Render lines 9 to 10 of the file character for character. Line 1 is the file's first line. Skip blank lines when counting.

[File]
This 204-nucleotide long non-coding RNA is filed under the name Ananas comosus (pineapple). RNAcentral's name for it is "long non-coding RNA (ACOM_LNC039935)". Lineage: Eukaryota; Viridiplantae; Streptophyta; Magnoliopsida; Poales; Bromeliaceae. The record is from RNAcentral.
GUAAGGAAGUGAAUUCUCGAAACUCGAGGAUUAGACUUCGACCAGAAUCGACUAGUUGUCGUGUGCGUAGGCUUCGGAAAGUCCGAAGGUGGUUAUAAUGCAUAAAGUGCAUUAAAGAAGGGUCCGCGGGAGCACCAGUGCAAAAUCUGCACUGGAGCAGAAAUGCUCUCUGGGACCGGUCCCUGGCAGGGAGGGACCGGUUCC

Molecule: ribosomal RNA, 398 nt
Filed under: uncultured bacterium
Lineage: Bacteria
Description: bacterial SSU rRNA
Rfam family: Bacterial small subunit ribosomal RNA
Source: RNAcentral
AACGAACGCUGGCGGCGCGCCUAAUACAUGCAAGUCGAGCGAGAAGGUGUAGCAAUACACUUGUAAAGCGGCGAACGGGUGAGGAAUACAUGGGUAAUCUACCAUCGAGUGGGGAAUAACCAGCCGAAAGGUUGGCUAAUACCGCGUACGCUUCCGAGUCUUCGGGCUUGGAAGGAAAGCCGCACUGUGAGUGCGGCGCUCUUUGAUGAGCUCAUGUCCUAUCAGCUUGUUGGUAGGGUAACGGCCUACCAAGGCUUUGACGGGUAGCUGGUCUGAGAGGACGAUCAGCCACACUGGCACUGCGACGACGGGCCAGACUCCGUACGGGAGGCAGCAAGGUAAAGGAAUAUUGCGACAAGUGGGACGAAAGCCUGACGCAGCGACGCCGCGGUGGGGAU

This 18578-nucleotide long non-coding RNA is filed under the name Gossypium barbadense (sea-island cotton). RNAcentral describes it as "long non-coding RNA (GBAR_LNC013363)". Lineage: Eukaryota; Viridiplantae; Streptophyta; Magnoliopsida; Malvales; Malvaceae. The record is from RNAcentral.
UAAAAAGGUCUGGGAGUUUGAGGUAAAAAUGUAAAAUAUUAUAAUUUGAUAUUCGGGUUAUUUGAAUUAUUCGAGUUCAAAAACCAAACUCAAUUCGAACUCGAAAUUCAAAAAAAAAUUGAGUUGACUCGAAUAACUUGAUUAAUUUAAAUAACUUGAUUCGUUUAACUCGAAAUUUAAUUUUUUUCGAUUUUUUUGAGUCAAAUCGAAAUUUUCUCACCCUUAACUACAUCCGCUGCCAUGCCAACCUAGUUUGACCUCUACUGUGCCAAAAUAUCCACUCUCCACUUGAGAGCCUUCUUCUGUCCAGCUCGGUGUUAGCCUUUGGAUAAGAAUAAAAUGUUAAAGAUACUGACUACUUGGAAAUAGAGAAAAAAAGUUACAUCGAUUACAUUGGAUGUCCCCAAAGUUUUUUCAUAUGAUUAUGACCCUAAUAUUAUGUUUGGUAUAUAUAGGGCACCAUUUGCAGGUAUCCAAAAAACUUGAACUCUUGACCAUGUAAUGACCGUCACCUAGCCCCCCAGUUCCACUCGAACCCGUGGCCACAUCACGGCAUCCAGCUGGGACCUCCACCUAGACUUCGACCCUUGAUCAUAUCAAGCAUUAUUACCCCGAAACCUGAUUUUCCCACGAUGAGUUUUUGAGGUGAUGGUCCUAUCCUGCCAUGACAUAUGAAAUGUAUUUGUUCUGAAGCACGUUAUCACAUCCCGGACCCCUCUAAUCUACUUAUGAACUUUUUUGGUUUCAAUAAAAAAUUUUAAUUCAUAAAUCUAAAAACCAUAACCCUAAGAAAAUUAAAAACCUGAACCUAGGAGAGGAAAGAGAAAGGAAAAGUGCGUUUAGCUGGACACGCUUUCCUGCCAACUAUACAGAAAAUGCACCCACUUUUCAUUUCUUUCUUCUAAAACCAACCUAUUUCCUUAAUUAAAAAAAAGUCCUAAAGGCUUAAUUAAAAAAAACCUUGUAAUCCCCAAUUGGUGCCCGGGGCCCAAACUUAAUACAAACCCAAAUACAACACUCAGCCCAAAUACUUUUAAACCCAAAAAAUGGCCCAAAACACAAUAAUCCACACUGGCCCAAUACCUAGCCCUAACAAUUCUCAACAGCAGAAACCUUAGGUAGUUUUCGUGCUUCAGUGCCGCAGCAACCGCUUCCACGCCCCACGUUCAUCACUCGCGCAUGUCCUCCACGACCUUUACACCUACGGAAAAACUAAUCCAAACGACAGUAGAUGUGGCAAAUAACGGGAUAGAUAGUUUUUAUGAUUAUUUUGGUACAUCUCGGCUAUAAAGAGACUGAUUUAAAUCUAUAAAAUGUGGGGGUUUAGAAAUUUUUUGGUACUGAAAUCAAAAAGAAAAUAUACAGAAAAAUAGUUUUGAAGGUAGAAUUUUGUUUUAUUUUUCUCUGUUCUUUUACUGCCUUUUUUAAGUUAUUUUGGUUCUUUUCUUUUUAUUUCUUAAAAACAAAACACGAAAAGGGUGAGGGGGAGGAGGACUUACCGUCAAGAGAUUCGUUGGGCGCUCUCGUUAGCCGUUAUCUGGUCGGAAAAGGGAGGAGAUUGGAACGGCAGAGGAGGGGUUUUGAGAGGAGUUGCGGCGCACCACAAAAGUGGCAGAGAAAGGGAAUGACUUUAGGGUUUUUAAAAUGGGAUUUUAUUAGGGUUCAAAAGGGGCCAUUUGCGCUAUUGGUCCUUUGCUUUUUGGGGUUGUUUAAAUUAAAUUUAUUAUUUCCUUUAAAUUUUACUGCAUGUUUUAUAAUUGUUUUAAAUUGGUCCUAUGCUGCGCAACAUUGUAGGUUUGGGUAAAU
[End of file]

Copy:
AACGAACGCUGGCGGCGCGCCUAAUACAUGCAAGUCGAGCGAGAAGGUGUAGCAAUACACUUGUAAAGCGGCGAACGGGUGAGGAAUACAUGGGUAAUCUACCAUCGAGUGGGGAAUAACCAGCCGAAAGGUUGGCUAAUACCGCGUACGCUUCCGAGUCUUCGGGCUUGGAAGGAAAGCCGCACUGUGAGUGCGGCGCUCUUUGAUGAGCUCAUGUCCUAUCAGCUUGUUGGUAGGGUAACGGCCUACCAAGGCUUUGACGGGUAGCUGGUCUGAGAGGACGAUCAGCCACACUGGCACUGCGACGACGGGCCAGACUCCGUACGGGAGGCAGCAAGGUAAAGGAAUAUUGCGACAAGUGGGACGAAAGCCUGACGCAGCGACGCCGCGGUGGGGAU

This 18578-nucleotide long non-coding RNA is filed under the name Gossypium barbadense (sea-island cotton). RNAcentral describes it as "long non-coding RNA (GBAR_LNC013363)". Lineage: Eukaryota; Viridiplantae; Streptophyta; Magnoliopsida; Malvales; Malvaceae. The record is from RNAcentral.